When the syrup reaches 110° C add your chestnut puree and stir it till the cream get thicker and becomes colored. If you haven’t any thermometer, it has to make thick big bubbles.
cremeDeMarron-5
cremeDeMarron-6

French meringue:
Use 50 g of superfine sugar per egg white.
mont_blanc (2 of 2)

– 3 egg whites
– 1/4 tsp cream of tartar (or salt or lemon juice or baking soda)
– 150 g superfine sugar
– 1/2 tsp vanilla extract

Pre-heat your oven at 100°C.

If your sugar isn’t superfine, you can crush it in a food processor if you have it.

Separate egg whites from egg yolks and whisk them in a metal or glass bowl till they are foaming and put the cream of tartar (or its substitute).

Keep whisking till soft peaks.
Add sugar one table spoon at a time and keep whisking. Adding sugar slowly helps the meringue to be well structured.
Put vanilla extract. Put more or less, according to your own taste.
You can stop whisking the meringue when it is glossy and very stiff peaks. If you flip the bowl and the meringue doesn’t move, it might be good.
Also all sugar grains should be dissolved.
To check it, take some meringue between two of your fingers and rub them together.  If it is still grainy, keep whisking.

Prepare a pan with parchment paper on top.
Load a pastry bag with meringue fitted with a 8 or 10 mm tip.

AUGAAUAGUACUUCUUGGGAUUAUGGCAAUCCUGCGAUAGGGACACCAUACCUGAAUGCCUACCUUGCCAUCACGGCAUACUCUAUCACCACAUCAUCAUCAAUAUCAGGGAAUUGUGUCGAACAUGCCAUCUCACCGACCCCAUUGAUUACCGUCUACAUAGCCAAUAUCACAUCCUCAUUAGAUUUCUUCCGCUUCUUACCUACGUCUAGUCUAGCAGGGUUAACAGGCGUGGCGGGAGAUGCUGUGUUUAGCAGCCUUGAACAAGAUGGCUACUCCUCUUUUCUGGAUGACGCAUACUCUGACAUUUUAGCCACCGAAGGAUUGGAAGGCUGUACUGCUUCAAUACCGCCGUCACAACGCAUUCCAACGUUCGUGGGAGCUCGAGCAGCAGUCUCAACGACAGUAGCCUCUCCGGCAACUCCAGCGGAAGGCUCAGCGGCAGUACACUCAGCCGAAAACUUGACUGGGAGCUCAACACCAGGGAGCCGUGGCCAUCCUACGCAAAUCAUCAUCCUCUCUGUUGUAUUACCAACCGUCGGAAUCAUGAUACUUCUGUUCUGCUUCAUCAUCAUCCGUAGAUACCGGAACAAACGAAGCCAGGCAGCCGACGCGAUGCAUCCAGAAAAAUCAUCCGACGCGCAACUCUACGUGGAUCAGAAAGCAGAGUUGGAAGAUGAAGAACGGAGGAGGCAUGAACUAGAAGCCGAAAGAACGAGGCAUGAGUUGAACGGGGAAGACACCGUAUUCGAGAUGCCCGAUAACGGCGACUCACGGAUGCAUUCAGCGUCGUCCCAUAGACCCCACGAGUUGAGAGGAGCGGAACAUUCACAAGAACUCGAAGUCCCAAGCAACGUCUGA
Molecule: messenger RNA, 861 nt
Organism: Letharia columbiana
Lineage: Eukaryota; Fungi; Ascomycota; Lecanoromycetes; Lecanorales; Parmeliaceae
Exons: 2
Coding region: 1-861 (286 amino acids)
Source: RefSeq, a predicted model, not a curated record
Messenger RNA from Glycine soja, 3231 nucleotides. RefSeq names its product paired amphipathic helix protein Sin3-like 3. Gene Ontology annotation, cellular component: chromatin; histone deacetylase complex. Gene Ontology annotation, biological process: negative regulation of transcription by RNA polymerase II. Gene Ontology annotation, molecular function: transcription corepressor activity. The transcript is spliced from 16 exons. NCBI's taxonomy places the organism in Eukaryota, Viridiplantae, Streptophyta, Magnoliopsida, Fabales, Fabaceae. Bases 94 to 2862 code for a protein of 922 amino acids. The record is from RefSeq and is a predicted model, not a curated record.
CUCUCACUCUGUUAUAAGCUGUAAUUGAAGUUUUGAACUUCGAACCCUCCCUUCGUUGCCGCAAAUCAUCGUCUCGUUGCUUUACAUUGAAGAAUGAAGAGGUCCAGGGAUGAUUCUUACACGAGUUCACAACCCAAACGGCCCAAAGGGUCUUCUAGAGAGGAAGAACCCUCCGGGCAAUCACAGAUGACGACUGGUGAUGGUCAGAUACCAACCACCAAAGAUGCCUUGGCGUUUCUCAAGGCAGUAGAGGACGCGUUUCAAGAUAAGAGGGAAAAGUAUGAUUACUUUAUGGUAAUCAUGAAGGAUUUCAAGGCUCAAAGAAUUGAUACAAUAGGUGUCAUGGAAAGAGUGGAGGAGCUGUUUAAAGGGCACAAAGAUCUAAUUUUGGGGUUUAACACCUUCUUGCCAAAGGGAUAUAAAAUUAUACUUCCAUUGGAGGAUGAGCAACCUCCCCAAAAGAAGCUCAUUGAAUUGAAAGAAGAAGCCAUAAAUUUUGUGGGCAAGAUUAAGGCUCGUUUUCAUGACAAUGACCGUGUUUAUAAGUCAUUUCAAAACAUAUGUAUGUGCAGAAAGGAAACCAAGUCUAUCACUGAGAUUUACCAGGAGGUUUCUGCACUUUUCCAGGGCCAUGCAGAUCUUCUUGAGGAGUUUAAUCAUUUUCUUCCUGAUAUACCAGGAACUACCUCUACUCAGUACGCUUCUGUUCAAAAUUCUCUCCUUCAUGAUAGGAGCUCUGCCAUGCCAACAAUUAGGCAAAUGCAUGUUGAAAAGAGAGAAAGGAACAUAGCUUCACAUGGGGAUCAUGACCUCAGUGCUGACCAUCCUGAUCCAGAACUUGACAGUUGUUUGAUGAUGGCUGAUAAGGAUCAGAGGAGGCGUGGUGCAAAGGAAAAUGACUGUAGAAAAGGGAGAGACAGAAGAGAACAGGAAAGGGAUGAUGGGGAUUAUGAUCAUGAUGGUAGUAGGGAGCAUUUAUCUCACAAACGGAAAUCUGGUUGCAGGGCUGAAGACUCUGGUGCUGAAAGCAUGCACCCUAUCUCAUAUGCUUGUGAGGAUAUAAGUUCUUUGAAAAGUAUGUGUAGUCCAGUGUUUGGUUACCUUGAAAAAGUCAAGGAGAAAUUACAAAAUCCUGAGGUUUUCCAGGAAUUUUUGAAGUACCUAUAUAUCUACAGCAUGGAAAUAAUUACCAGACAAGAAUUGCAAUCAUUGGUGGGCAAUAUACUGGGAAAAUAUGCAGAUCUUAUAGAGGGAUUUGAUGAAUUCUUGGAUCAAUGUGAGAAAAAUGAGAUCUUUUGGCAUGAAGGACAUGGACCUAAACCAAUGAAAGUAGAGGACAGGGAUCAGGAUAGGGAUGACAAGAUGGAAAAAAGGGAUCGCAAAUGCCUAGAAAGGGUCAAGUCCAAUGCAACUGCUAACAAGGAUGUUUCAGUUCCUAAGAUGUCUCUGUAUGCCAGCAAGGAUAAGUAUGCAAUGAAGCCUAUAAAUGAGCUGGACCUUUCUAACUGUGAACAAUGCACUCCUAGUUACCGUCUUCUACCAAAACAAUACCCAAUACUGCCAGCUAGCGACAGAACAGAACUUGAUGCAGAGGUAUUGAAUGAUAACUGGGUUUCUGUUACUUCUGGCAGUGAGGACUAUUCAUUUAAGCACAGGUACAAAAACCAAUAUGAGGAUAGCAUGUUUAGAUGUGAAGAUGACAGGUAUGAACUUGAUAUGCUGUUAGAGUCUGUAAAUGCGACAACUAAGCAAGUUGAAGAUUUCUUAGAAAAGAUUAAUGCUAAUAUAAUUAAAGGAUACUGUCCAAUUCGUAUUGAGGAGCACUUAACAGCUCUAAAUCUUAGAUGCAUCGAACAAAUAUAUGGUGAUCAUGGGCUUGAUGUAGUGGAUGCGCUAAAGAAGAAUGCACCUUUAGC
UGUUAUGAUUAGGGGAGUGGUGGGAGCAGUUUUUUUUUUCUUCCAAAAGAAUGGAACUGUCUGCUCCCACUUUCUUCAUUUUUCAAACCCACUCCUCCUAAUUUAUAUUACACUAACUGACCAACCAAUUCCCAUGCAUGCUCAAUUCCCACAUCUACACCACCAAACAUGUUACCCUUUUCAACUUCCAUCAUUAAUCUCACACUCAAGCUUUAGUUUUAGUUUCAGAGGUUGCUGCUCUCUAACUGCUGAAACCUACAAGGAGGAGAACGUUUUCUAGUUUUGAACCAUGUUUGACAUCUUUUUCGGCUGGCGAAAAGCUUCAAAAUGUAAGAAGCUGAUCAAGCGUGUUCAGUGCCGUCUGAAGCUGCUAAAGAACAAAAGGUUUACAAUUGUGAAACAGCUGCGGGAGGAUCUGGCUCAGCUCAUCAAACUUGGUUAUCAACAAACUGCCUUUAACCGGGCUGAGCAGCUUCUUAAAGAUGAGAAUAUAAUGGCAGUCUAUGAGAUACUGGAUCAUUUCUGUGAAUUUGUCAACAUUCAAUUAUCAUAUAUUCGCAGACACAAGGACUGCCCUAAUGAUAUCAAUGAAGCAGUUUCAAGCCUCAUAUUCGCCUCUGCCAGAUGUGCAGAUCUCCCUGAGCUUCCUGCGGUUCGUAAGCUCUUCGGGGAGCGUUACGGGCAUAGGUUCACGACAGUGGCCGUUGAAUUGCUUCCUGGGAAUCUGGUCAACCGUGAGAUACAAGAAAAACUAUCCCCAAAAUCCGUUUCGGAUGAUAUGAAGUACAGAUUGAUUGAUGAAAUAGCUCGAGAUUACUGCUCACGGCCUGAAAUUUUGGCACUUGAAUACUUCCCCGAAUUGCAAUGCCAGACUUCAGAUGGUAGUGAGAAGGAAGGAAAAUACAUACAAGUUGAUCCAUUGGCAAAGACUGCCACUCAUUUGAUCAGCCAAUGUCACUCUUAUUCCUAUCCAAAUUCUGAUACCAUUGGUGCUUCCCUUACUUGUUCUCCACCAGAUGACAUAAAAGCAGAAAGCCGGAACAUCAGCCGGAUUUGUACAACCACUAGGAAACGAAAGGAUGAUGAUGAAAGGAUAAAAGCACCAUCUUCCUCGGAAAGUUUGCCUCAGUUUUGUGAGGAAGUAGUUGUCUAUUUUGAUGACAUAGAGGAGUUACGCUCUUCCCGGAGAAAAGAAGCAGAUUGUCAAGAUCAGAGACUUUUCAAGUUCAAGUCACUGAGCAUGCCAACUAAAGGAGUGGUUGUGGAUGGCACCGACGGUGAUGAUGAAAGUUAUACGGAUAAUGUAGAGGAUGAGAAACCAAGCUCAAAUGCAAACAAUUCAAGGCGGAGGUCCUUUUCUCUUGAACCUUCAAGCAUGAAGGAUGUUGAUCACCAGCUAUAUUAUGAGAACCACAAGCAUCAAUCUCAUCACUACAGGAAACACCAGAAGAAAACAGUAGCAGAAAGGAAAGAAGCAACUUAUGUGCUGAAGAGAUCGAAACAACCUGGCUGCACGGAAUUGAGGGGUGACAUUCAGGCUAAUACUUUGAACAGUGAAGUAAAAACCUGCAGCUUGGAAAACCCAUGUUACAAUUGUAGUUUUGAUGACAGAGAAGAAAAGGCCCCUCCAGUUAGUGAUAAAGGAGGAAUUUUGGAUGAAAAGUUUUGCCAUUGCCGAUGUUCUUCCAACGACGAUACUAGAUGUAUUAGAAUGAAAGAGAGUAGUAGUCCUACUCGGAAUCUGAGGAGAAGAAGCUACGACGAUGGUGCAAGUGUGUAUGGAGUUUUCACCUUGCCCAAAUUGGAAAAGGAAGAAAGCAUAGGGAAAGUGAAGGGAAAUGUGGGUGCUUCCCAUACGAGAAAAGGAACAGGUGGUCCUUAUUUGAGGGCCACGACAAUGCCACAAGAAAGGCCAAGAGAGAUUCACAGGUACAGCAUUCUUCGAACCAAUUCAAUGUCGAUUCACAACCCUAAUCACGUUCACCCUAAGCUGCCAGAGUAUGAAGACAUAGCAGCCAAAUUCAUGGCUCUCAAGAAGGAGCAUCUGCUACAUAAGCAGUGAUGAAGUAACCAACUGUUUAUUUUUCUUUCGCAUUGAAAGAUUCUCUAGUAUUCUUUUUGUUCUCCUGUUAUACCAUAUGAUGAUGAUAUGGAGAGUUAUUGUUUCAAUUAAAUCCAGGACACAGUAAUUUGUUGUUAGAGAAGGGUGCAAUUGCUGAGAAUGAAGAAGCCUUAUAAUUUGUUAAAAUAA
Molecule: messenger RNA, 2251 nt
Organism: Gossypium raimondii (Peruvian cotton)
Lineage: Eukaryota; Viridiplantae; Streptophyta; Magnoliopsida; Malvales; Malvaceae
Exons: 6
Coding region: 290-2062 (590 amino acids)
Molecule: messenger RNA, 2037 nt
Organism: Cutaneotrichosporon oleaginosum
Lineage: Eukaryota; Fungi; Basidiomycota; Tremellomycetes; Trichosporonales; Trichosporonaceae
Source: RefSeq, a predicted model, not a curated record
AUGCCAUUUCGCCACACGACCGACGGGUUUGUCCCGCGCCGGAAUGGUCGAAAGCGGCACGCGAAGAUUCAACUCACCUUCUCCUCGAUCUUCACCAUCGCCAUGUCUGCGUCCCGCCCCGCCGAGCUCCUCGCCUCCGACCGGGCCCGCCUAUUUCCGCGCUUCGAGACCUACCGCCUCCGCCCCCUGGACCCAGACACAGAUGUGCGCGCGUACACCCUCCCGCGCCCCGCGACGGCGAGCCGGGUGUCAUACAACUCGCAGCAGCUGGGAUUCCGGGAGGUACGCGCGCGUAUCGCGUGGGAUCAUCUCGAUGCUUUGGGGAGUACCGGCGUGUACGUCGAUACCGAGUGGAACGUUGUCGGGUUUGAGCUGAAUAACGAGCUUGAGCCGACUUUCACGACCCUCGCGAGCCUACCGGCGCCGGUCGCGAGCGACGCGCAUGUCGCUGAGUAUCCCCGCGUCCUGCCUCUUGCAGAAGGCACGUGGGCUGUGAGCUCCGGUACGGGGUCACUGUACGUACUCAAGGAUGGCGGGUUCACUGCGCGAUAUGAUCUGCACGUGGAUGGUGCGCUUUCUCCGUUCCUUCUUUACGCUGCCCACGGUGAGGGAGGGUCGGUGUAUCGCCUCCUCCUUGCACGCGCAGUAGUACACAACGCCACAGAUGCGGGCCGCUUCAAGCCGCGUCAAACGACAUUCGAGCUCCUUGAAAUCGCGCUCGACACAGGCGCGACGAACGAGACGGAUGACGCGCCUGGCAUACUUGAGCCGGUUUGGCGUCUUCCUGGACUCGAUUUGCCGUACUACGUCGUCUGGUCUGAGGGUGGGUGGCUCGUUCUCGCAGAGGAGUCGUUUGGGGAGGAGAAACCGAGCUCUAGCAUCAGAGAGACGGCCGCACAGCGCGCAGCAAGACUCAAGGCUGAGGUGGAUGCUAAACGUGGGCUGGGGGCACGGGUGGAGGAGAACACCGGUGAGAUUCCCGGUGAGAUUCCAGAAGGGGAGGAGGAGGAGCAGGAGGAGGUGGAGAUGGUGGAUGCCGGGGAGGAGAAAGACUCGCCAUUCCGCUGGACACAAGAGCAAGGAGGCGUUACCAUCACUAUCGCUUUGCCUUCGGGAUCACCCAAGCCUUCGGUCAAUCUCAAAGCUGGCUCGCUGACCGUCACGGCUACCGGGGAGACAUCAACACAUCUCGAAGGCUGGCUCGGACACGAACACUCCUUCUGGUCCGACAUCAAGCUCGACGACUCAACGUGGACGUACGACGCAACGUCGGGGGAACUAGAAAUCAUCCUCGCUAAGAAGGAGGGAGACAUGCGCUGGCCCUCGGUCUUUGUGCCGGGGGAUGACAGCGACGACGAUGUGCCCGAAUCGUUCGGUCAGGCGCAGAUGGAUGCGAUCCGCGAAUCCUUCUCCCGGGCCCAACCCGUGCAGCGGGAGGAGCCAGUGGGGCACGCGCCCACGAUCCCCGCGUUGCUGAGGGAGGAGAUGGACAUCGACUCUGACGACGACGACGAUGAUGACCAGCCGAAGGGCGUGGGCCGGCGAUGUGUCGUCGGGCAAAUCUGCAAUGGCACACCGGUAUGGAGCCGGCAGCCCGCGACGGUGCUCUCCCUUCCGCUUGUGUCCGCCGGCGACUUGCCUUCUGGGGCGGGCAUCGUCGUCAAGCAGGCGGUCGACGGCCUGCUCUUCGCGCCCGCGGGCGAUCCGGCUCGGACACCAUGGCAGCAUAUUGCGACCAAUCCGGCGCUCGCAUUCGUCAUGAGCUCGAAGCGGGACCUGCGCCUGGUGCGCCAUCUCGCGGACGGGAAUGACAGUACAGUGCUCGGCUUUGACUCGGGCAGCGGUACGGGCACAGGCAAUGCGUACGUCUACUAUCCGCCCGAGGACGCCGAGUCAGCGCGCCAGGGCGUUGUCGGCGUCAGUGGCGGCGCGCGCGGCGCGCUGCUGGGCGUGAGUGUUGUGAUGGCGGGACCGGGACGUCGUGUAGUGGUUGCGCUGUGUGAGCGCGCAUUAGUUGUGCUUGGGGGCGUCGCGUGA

Secure the parchment paper with dots of meringue at each corner and make vertically shaped cylinders about 3 cm wide and 4-5 cm tall. You can change the size and shape of your meringues but keep in mind you have to pipe some whipped cream around them.
Bake them for around 1 hour and let cool down in the oven, door closed. The meringue shell should be hard on the outside.
mont_blanc (1 of 2)

Whipped cream:
Whisk around 50 cl of 35% fat whipping cream in a glass or metal bowl.
Add some sugar and some vanilla extract.
Whisk it till stiff peaks.

Dressing:
Pipe whipped cream around the meringues and put them in the freezer for 15 minutes or more to harden them. they need to be hard enough to not shrink when you pipe your chestnut cream on it.

While the whipped cream is hardening, beat the chestnut cream with some butter. I added approximately 1 stick of softened butter. It helps it get smooth enough to be piped.
Load the chestnut cream into a piping bag. The tip has to be a vermicelli type, with some holes.
Take out the meringues with whipped cream from the freezer and pipe the chestnut vermicelli on top.

After, it is up to you to decorate them. We put some hazelnuts on top because we had only that in the cupboard.

Sprinkle some powdered sugar on top, if you like.

Advertisements

Leave a Reply

Fill in your details below or click an icon to log in:

WordPress.com Logo

You are commenting using your WordPress.com account. Log Out / Change )

Twitter picture

You are commenting using your Twitter account. Log Out / Change )

Facebook photo

You are commenting using your Facebook account. Log Out / Change )

Google+ photo

You are commenting using your Google+ account. Log Out / Change )

Connecting to %s